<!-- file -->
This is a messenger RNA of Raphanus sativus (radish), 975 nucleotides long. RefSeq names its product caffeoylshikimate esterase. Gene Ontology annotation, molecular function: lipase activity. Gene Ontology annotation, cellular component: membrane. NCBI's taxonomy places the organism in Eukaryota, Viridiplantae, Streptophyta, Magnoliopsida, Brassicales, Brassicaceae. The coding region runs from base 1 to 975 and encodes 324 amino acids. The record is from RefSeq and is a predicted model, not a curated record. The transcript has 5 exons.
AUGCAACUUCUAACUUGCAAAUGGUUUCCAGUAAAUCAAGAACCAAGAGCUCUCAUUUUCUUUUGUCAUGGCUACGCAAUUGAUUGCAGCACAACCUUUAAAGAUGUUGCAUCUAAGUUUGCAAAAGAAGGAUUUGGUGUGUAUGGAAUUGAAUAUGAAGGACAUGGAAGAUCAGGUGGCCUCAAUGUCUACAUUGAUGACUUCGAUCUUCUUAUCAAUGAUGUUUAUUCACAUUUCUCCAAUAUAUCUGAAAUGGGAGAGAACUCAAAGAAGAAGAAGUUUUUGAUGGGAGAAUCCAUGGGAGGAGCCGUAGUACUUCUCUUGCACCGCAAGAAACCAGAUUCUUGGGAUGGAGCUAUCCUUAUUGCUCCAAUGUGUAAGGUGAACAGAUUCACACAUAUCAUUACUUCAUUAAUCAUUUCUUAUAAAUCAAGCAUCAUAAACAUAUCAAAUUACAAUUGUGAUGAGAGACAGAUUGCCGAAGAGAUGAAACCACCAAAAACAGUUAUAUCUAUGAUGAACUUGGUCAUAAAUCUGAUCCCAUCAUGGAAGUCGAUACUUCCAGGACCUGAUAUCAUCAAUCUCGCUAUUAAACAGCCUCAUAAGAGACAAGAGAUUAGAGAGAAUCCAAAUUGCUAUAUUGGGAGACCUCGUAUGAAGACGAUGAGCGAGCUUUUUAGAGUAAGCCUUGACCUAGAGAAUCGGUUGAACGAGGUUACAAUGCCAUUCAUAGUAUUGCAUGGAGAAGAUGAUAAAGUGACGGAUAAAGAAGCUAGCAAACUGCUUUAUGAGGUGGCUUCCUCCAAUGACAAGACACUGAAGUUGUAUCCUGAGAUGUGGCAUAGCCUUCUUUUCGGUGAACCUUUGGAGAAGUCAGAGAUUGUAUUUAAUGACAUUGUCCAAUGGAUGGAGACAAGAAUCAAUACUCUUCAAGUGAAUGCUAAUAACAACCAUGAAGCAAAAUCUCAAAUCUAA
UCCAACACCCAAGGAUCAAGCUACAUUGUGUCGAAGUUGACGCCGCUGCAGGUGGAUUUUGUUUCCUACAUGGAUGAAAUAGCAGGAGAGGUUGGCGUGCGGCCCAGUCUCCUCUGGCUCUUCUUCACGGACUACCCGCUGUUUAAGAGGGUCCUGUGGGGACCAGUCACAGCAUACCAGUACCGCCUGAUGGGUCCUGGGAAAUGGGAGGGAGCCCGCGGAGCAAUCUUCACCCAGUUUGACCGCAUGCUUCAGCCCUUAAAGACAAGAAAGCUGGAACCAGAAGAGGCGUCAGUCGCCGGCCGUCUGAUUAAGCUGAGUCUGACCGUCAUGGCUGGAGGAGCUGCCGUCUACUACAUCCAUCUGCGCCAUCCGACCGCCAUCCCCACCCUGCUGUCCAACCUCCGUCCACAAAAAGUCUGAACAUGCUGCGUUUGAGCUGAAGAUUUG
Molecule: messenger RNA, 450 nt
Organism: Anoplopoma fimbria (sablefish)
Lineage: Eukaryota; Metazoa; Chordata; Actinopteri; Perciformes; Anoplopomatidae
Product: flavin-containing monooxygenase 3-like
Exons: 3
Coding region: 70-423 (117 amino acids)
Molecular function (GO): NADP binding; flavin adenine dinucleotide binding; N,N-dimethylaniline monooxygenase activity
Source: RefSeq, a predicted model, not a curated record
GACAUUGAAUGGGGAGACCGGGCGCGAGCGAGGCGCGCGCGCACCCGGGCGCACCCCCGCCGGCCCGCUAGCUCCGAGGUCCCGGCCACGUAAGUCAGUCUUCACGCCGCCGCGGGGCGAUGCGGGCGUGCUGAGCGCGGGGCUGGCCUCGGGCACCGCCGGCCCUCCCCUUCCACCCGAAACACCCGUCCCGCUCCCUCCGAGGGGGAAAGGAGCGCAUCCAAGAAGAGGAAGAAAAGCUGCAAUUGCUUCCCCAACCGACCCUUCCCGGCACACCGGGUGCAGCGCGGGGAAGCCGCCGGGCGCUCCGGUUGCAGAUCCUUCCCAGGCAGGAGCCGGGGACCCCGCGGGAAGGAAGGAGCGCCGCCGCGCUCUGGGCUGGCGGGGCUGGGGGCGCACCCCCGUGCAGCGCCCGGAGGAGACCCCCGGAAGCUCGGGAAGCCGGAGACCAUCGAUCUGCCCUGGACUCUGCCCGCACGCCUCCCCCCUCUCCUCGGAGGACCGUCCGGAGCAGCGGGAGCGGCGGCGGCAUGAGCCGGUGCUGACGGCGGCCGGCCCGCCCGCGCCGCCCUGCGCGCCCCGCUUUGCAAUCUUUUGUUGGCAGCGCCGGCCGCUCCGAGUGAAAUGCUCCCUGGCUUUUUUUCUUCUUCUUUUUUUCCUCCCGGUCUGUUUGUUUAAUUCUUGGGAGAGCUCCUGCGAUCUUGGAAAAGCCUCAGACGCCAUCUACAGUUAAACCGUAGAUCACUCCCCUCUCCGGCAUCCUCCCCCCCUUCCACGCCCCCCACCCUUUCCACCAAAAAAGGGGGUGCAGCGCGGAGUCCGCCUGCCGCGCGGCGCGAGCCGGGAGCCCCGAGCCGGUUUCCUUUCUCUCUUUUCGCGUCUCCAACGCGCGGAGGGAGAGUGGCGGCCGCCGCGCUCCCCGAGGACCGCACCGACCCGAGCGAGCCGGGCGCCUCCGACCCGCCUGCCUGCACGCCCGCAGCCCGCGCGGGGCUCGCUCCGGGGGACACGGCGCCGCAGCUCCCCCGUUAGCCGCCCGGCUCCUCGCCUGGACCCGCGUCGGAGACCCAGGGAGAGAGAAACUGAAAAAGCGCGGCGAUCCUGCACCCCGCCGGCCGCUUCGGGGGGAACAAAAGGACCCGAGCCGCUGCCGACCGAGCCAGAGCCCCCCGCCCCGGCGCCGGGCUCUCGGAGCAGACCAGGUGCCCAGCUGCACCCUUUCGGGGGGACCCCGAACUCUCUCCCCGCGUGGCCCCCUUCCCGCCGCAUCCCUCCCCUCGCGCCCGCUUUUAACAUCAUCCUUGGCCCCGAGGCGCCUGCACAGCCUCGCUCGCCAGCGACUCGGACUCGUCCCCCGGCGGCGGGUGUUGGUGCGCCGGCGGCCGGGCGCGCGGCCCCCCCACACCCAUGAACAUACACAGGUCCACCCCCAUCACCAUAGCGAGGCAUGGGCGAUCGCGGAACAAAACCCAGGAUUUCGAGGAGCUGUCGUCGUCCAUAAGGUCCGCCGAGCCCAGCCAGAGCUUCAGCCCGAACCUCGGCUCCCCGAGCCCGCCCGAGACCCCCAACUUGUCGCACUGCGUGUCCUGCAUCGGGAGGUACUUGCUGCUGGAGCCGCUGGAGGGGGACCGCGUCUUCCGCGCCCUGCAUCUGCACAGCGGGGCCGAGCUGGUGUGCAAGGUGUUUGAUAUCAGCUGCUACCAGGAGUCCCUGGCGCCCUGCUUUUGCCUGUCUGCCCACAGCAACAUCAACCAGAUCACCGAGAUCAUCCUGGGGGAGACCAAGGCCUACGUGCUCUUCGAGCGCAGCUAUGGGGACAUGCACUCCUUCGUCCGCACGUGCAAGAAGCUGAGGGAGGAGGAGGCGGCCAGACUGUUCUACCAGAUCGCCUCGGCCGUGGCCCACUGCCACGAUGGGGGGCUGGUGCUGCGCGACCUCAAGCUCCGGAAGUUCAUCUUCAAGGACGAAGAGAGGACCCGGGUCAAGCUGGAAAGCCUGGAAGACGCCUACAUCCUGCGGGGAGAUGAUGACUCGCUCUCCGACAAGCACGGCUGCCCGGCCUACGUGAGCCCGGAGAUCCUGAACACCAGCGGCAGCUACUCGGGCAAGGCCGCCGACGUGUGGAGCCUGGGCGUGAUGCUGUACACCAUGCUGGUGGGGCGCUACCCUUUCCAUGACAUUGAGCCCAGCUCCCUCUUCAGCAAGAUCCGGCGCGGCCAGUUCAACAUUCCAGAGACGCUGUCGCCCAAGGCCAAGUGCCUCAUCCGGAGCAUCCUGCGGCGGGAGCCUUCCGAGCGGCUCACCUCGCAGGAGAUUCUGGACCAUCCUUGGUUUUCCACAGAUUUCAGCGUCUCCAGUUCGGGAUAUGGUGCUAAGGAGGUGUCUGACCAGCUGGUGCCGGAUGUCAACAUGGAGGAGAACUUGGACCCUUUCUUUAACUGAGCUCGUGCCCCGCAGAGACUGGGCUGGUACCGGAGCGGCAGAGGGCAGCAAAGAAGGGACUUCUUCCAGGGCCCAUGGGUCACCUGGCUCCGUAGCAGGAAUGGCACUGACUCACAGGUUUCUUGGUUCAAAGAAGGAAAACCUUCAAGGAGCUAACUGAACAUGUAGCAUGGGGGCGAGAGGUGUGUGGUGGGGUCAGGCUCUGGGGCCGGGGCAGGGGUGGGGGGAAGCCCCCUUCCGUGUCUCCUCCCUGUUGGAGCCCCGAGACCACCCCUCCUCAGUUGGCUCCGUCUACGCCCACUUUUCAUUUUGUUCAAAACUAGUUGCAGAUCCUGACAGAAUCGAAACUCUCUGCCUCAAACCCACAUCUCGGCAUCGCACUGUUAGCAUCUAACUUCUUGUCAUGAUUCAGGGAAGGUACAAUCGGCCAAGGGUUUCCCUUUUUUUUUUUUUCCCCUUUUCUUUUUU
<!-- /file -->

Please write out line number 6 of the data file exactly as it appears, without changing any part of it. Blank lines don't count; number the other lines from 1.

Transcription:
Lineage: Eukaryota; Metazoa; Chordata; Actinopteri; Perciformes; Anoplopomatidae